Are Doctors Listening?

A Hopkins professor's research on how communication problems between white doctors and African-American patients affected their care won her a MacArthur `genius' grant

Q&A -- Lisa Cooper

September 30, 2007|By Michael Hill | Michael Hill,Sun reporter

When Lisa Cooper was growing up in Liberia, she wanted to be a pediatrician.

"I saw a lot of little children who were poor and sick, and I felt that I didn't want to see children suffer, that I would become a doctor and take care of them," she says.

There was only one problem. While in medical school at the University of North Carolina, she discovered something: "I really didn't like pediatrics.

"I liked children, but I could not deal with sick children," she says. "I felt so bad for them that I just could not do it. I decided to deal with adults."

That decision worked out well. Last week, Cooper was awarded one of the so-called "genius" grants by the MacArthur Foundation, $500,000 to be used any way she chooses.

It was Cooper's pioneering work looking into how minority patients are treated differently by doctors that drew the attention of the foundation.

"I think I always knew at some level, just because of where I had grown up and what I had seen, that there were all sorts of things other than just coming to the doctor that impacted people's health," she says.

Cooper is the daughter of a prominent Liberian surgeon, the former chief medical officer of the John F. Kennedy Medical Center, a huge hospital in Monrovia, the capital of the country founded by freed American slaves in the send-them-back-to-Africa movement of the mid-19th century.

Among other things, her father was personal physician to the country's president, William Tolbert Jr., who was killed in a coup on April 12, 1980, led by an illiterate Army sergeant named Samuel Doe. Cabinet members were tied to a stake on the beach and executed in a drunken orgy of violence.

"It was awful, awful, awful, awful," she says of that day, her 17th birthday. "Everything was kind of turned upside down. I was about to graduate from high school, but I never even went to my graduation.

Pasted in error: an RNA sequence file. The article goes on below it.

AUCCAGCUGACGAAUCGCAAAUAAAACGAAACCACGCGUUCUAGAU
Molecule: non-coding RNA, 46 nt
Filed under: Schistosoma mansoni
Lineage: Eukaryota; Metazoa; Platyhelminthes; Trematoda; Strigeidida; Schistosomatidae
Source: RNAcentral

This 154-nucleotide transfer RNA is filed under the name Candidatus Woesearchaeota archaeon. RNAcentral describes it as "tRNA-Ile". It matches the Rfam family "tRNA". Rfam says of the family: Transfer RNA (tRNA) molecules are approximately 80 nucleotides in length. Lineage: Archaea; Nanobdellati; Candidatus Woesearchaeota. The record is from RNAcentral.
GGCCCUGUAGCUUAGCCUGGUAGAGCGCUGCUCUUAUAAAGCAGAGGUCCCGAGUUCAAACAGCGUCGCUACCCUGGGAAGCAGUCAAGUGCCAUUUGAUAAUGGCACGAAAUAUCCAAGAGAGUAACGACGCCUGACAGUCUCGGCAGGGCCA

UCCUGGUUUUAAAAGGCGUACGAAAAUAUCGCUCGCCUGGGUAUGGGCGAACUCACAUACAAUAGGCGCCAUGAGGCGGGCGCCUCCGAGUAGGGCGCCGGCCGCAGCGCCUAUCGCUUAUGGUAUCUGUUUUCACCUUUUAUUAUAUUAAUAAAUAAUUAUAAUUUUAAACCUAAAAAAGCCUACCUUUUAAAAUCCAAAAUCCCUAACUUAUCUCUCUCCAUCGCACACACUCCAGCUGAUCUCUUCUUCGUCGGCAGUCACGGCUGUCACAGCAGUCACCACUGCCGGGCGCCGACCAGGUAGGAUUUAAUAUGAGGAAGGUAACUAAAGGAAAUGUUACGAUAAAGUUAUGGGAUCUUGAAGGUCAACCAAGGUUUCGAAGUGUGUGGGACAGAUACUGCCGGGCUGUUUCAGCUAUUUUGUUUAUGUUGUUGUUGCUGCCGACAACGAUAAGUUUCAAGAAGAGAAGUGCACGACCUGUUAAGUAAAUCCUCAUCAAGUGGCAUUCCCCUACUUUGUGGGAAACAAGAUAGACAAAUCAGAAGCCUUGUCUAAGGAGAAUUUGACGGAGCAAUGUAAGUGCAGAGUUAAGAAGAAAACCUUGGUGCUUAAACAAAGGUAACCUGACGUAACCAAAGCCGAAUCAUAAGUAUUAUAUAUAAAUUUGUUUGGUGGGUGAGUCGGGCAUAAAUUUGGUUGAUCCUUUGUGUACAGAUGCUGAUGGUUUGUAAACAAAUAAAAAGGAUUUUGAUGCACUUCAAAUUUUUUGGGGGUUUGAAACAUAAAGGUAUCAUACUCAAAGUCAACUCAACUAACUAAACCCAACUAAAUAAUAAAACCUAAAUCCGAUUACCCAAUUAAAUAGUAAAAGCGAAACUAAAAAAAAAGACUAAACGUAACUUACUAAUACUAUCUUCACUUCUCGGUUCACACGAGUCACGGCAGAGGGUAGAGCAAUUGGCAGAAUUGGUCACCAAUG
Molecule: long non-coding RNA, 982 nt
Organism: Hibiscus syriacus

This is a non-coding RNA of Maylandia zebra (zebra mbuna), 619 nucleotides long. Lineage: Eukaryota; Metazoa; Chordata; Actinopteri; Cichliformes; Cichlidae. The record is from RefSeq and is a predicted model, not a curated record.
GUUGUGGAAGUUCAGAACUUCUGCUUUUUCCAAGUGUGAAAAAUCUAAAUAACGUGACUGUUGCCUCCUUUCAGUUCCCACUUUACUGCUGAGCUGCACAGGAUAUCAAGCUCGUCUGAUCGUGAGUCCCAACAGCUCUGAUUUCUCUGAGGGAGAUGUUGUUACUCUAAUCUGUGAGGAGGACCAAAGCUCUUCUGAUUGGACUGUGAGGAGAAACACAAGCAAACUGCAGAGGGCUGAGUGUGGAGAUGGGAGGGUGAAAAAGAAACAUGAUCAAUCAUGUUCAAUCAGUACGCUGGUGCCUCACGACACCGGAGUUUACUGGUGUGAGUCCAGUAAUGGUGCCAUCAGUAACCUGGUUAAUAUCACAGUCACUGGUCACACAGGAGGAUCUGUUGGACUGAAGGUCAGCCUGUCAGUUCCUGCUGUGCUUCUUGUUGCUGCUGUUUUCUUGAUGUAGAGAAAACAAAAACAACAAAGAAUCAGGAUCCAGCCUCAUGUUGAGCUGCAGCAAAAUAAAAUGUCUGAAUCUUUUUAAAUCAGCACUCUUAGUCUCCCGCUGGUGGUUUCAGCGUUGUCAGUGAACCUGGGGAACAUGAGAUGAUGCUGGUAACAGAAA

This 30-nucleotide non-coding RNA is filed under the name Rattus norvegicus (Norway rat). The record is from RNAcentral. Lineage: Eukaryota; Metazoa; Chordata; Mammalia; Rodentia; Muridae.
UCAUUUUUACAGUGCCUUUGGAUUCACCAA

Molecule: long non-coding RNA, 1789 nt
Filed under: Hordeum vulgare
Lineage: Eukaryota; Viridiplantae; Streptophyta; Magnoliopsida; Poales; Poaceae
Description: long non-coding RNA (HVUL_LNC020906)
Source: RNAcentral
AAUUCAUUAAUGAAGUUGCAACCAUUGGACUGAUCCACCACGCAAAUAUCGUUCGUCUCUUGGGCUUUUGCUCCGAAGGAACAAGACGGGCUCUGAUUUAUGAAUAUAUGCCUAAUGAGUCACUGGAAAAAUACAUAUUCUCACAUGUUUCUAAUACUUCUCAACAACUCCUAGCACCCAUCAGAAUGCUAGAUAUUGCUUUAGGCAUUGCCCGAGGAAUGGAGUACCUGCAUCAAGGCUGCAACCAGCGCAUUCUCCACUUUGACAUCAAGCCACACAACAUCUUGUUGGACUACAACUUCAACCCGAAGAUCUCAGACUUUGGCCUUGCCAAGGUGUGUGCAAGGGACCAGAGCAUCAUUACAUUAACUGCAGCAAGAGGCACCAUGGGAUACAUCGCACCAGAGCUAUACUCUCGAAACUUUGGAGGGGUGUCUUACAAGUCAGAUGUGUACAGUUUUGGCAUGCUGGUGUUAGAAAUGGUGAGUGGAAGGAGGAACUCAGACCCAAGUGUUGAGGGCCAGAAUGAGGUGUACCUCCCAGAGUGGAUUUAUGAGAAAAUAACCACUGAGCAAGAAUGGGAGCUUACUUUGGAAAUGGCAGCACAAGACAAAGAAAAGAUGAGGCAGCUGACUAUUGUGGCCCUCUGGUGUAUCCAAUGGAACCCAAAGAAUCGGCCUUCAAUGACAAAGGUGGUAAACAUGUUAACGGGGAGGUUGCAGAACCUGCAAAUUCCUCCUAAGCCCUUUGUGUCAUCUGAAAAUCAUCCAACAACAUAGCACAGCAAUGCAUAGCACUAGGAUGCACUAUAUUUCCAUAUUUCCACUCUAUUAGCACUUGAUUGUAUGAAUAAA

"If you would have told me at the time that I would be sitting here talking about getting this grant, I would not have believed you," Cooper says. "I thought I was going to die. I thought my whole family was going to die.

"My father was not a political figure, but he knew a lot of people, a lot of people in the Cabinet. These were people he had grown up with. So he was somebody who was targeted."

Cooper fled, heading to Emory University in Atlanta, the only United States school that had sent her an acceptance letter when the coup took place.

"I didn't have a choice," she says. "I had a letter from Emory and a student visa. But it worked out. It's a good school."

Her brother was already in the United States, and her sister and parents soon came to this country. Her father died four years later of a heart attack at 56.

Cooper, 44, lives in Columbia with her husband and teenage son. Her mother lives nearby. How did you come to get interested in the interaction between doctors and minority patients?

After medical school, I came to Johns Hopkins, to get a master's degree at the School of Public Health, thinking I would study international health and maybe go back to Africa. But Hopkins got me interested in doing research.

I found out if you want to make changes, one of the ways is by documenting what certain problems are. If you can provide data, people can use that to make decisions about how health care resources are spent and you can really make change that way. So I thought I would try my hand at that.

I started looking at some things I had noticed during my residency at the University of Maryland hospital in Baltimore. One of the things that struck me was some of the issues I saw in my African- American patients were similar to what I had seen growing up in Liberia.

There were things like cultural beliefs, such as that cancer would spread if you had it operated on, or that mental illness had a religious aspect, that it was an indication that your relationship with God was wrong.

What I began noticing was that doctors didn't understand their patients, their beliefs and why they were behaving in the way they were. A lot of times, you heard doctors making assumptions about minority patients - that they would not follow through on some treatment plan, so don't even bother, or they wouldn't understand something, so don't explain it. This wasn't done in a malicious way, per se, but it was done.

I thought this was having some sort of impact on people's health care, so I thought I would try to document what was going on. If you just talk about things anecdotally, people won't give much weight to it. But if you survey thousands of people, then they sit up and take notice. So how did you go about researching the issue?

First, I was able to add some questions to a national survey on depression, how it was being treated. A lot of people are just getting treated by their primary care physicians, but our treatment protocols are based on people in psychiatric hospitals. So, are we treating people right?

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